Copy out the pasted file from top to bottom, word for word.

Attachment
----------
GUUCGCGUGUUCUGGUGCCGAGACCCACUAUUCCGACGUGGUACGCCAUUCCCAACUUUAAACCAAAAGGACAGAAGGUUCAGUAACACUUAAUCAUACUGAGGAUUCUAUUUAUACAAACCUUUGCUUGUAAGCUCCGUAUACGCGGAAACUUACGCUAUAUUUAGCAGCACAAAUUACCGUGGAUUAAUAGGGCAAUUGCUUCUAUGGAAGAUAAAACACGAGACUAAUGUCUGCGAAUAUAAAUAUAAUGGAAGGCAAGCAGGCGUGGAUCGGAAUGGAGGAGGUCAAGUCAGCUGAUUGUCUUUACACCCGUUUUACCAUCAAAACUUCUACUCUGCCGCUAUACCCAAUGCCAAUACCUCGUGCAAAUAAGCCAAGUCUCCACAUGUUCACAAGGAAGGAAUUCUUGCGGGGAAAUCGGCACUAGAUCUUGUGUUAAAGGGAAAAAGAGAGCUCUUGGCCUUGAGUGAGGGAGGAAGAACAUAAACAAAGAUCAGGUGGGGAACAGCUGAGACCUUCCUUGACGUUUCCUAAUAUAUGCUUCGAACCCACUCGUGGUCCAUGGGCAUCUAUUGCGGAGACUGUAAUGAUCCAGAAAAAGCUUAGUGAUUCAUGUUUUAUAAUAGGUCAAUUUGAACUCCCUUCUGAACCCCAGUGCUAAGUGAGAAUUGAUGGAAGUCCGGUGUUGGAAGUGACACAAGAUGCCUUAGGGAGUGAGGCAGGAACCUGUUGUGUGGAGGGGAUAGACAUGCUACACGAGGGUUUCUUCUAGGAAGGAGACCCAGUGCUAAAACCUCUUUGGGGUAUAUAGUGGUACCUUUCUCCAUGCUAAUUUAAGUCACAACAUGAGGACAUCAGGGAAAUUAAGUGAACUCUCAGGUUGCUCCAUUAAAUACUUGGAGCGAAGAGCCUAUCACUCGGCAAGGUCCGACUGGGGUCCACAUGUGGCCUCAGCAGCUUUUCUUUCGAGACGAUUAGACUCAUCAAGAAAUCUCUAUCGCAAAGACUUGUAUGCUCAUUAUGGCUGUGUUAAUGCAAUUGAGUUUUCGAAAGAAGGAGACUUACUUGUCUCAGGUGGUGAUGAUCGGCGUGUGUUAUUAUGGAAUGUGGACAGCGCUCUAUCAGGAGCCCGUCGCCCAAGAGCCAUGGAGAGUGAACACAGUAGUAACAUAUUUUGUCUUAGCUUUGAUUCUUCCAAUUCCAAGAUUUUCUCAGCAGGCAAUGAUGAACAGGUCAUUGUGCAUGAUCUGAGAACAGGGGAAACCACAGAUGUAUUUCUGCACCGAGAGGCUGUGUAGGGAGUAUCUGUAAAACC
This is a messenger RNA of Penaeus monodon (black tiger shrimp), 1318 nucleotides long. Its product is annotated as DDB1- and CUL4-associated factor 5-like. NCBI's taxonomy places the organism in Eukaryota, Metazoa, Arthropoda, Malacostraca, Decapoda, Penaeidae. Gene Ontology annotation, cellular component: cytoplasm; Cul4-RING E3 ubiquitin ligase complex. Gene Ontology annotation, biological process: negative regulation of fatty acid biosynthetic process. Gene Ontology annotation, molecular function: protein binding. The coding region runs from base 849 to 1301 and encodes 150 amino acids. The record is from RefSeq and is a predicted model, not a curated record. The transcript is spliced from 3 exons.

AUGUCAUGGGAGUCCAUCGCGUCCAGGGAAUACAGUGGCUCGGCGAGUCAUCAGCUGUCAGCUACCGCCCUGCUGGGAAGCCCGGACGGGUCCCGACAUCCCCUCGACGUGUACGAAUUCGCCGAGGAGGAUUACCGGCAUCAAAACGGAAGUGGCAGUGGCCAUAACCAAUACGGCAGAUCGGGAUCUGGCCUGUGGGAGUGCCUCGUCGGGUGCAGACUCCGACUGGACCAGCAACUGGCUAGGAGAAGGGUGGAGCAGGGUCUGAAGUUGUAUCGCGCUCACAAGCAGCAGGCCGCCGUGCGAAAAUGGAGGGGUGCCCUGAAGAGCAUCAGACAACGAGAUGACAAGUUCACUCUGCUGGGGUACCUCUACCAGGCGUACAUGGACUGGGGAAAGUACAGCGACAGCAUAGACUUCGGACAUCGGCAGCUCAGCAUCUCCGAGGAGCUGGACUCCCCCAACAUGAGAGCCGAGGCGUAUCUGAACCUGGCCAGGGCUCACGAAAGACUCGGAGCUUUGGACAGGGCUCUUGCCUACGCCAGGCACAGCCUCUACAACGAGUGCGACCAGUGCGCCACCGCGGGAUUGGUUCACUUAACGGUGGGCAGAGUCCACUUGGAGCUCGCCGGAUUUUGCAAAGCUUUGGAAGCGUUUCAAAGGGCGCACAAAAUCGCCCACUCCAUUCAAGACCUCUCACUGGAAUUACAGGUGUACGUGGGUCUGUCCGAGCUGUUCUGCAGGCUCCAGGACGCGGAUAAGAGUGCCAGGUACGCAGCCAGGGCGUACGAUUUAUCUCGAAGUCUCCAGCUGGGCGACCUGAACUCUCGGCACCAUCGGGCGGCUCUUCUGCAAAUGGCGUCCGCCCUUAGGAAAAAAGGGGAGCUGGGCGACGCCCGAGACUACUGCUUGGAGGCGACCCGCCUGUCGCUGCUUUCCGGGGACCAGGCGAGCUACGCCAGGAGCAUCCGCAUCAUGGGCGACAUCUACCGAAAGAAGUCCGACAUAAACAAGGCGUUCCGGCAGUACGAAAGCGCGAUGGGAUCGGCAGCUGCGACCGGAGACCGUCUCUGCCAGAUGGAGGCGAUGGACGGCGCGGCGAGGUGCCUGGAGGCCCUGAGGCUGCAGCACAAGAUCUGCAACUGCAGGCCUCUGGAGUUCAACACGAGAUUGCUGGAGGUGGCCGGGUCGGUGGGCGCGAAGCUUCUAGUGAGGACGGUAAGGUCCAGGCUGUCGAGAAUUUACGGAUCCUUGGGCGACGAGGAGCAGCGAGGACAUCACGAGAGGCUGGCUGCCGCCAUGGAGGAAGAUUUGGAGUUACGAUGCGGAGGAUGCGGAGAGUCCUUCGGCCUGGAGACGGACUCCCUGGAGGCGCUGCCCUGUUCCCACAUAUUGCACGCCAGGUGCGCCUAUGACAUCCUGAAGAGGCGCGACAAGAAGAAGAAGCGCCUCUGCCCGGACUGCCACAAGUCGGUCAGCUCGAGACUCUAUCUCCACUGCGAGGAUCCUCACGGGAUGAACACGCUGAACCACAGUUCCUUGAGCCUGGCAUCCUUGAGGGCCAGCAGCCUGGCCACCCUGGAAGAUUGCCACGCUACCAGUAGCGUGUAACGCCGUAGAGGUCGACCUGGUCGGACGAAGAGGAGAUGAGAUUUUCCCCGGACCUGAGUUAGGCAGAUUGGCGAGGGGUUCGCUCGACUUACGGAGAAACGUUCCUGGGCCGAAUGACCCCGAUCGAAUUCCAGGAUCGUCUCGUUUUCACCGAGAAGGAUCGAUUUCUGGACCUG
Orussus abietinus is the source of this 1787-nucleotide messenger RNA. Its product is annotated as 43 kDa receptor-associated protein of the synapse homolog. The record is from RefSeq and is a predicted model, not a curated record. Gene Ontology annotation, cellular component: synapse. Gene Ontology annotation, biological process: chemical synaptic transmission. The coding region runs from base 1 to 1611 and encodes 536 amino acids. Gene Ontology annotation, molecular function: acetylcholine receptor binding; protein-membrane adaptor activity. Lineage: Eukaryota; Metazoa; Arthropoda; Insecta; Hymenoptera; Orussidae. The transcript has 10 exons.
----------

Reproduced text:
GUUCGCGUGUUCUGGUGCCGAGACCCACUAUUCCGACGUGGUACGCCAUUCCCAACUUUAAACCAAAAGGACAGAAGGUUCAGUAACACUUAAUCAUACUGAGGAUUCUAUUUAUACAAACCUUUGCUUGUAAGCUCCGUAUACGCGGAAACUUACGCUAUAUUUAGCAGCACAAAUUACCGUGGAUUAAUAGGGCAAUUGCUUCUAUGGAAGAUAAAACACGAGACUAAUGUCUGCGAAUAUAAAUAUAAUGGAAGGCAAGCAGGCGUGGAUCGGAAUGGAGGAGGUCAAGUCAGCUGAUUGUCUUUACACCCGUUUUACCAUCAAAACUUCUACUCUGCCGCUAUACCCAAUGCCAAUACCUCGUGCAAAUAAGCCAAGUCUCCACAUGUUCACAAGGAAGGAAUUCUUGCGGGGAAAUCGGCACUAGAUCUUGUGUUAAAGGGAAAAAGAGAGCUCUUGGCCUUGAGUGAGGGAGGAAGAACAUAAACAAAGAUCAGGUGGGGAACAGCUGAGACCUUCCUUGACGUUUCCUAAUAUAUGCUUCGAACCCACUCGUGGUCCAUGGGCAUCUAUUGCGGAGACUGUAAUGAUCCAGAAAAAGCUUAGUGAUUCAUGUUUUAUAAUAGGUCAAUUUGAACUCCCUUCUGAACCCCAGUGCUAAGUGAGAAUUGAUGGAAGUCCGGUGUUGGAAGUGACACAAGAUGCCUUAGGGAGUGAGGCAGGAACCUGUUGUGUGGAGGGGAUAGACAUGCUACACGAGGGUUUCUUCUAGGAAGGAGACCCAGUGCUAAAACCUCUUUGGGGUAUAUAGUGGUACCUUUCUCCAUGCUAAUUUAAGUCACAACAUGAGGACAUCAGGGAAAUUAAGUGAACUCUCAGGUUGCUCCAUUAAAUACUUGGAGCGAAGAGCCUAUCACUCGGCAAGGUCCGACUGGGGUCCACAUGUGGCCUCAGCAGCUUUUCUUUCGAGACGAUUAGACUCAUCAAGAAAUCUCUAUCGCAAAGACUUGUAUGCUCAUUAUGGCUGUGUUAAUGCAAUUGAGUUUUCGAAAGAAGGAGACUUACUUGUCUCAGGUGGUGAUGAUCGGCGUGUGUUAUUAUGGAAUGUGGACAGCGCUCUAUCAGGAGCCCGUCGCCCAAGAGCCAUGGAGAGUGAACACAGUAGUAACAUAUUUUGUCUUAGCUUUGAUUCUUCCAAUUCCAAGAUUUUCUCAGCAGGCAAUGAUGAACAGGUCAUUGUGCAUGAUCUGAGAACAGGGGAAACCACAGAUGUAUUUCUGCACCGAGAGGCUGUGUAGGGAGUAUCUGUAAAACC
This is a messenger RNA of Penaeus monodon (black tiger shrimp), 1318 nucleotides long. Its product is annotated as DDB1- and CUL4-associated factor 5-like. NCBI's taxonomy places the organism in Eukaryota, Metazoa, Arthropoda, Malacostraca, Decapoda, Penaeidae. Gene Ontology annotation, cellular component: cytoplasm; Cul4-RING E3 ubiquitin ligase complex. Gene Ontology annotation, biological process: negative regulation of fatty acid biosynthetic process. Gene Ontology annotation, molecular function: protein binding. The coding region runs from base 849 to 1301 and encodes 150 amino acids. The record is from RefSeq and is a predicted model, not a curated record. The transcript is spliced from 3 exons.

AUGUCAUGGGAGUCCAUCGCGUCCAGGGAAUACAGUGGCUCGGCGAGUCAUCAGCUGUCAGCUACCGCCCUGCUGGGAAGCCCGGACGGGUCCCGACAUCCCCUCGACGUGUACGAAUUCGCCGAGGAGGAUUACCGGCAUCAAAACGGAAGUGGCAGUGGCCAUAACCAAUACGGCAGAUCGGGAUCUGGCCUGUGGGAGUGCCUCGUCGGGUGCAGACUCCGACUGGACCAGCAACUGGCUAGGAGAAGGGUGGAGCAGGGUCUGAAGUUGUAUCGCGCUCACAAGCAGCAGGCCGCCGUGCGAAAAUGGAGGGGUGCCCUGAAGAGCAUCAGACAACGAGAUGACAAGUUCACUCUGCUGGGGUACCUCUACCAGGCGUACAUGGACUGGGGAAAGUACAGCGACAGCAUAGACUUCGGACAUCGGCAGCUCAGCAUCUCCGAGGAGCUGGACUCCCCCAACAUGAGAGCCGAGGCGUAUCUGAACCUGGCCAGGGCUCACGAAAGACUCGGAGCUUUGGACAGGGCUCUUGCCUACGCCAGGCACAGCCUCUACAACGAGUGCGACCAGUGCGCCACCGCGGGAUUGGUUCACUUAACGGUGGGCAGAGUCCACUUGGAGCUCGCCGGAUUUUGCAAAGCUUUGGAAGCGUUUCAAAGGGCGCACAAAAUCGCCCACUCCAUUCAAGACCUCUCACUGGAAUUACAGGUGUACGUGGGUCUGUCCGAGCUGUUCUGCAGGCUCCAGGACGCGGAUAAGAGUGCCAGGUACGCAGCCAGGGCGUACGAUUUAUCUCGAAGUCUCCAGCUGGGCGACCUGAACUCUCGGCACCAUCGGGCGGCUCUUCUGCAAAUGGCGUCCGCCCUUAGGAAAAAAGGGGAGCUGGGCGACGCCCGAGACUACUGCUUGGAGGCGACCCGCCUGUCGCUGCUUUCCGGGGACCAGGCGAGCUACGCCAGGAGCAUCCGCAUCAUGGGCGACAUCUACCGAAAGAAGUCCGACAUAAACAAGGCGUUCCGGCAGUACGAAAGCGCGAUGGGAUCGGCAGCUGCGACCGGAGACCGUCUCUGCCAGAUGGAGGCGAUGGACGGCGCGGCGAGGUGCCUGGAGGCCCUGAGGCUGCAGCACAAGAUCUGCAACUGCAGGCCUCUGGAGUUCAACACGAGAUUGCUGGAGGUGGCCGGGUCGGUGGGCGCGAAGCUUCUAGUGAGGACGGUAAGGUCCAGGCUGUCGAGAAUUUACGGAUCCUUGGGCGACGAGGAGCAGCGAGGACAUCACGAGAGGCUGGCUGCCGCCAUGGAGGAAGAUUUGGAGUUACGAUGCGGAGGAUGCGGAGAGUCCUUCGGCCUGGAGACGGACUCCCUGGAGGCGCUGCCCUGUUCCCACAUAUUGCACGCCAGGUGCGCCUAUGACAUCCUGAAGAGGCGCGACAAGAAGAAGAAGCGCCUCUGCCCGGACUGCCACAAGUCGGUCAGCUCGAGACUCUAUCUCCACUGCGAGGAUCCUCACGGGAUGAACACGCUGAACCACAGUUCCUUGAGCCUGGCAUCCUUGAGGGCCAGCAGCCUGGCCACCCUGGAAGAUUGCCACGCUACCAGUAGCGUGUAACGCCGUAGAGGUCGACCUGGUCGGACGAAGAGGAGAUGAGAUUUUCCCCGGACCUGAGUUAGGCAGAUUGGCGAGGGGUUCGCUCGACUUACGGAGAAACGUUCCUGGGCCGAAUGACCCCGAUCGAAUUCCAGGAUCGUCUCGUUUUCACCGAGAAGGAUCGAUUUCUGGACCUG
Orussus abietinus is the source of this 1787-nucleotide messenger RNA. Its product is annotated as 43 kDa receptor-associated protein of the synapse homolog. The record is from RefSeq and is a predicted model, not a curated record. Gene Ontology annotation, cellular component: synapse. Gene Ontology annotation, biological process: chemical synaptic transmission. The coding region runs from base 1 to 1611 and encodes 536 amino acids. Gene Ontology annotation, molecular function: acetylcholine receptor binding; protein-membrane adaptor activity. Lineage: Eukaryota; Metazoa; Arthropoda; Insecta; Hymenoptera; Orussidae. The transcript has 10 exons.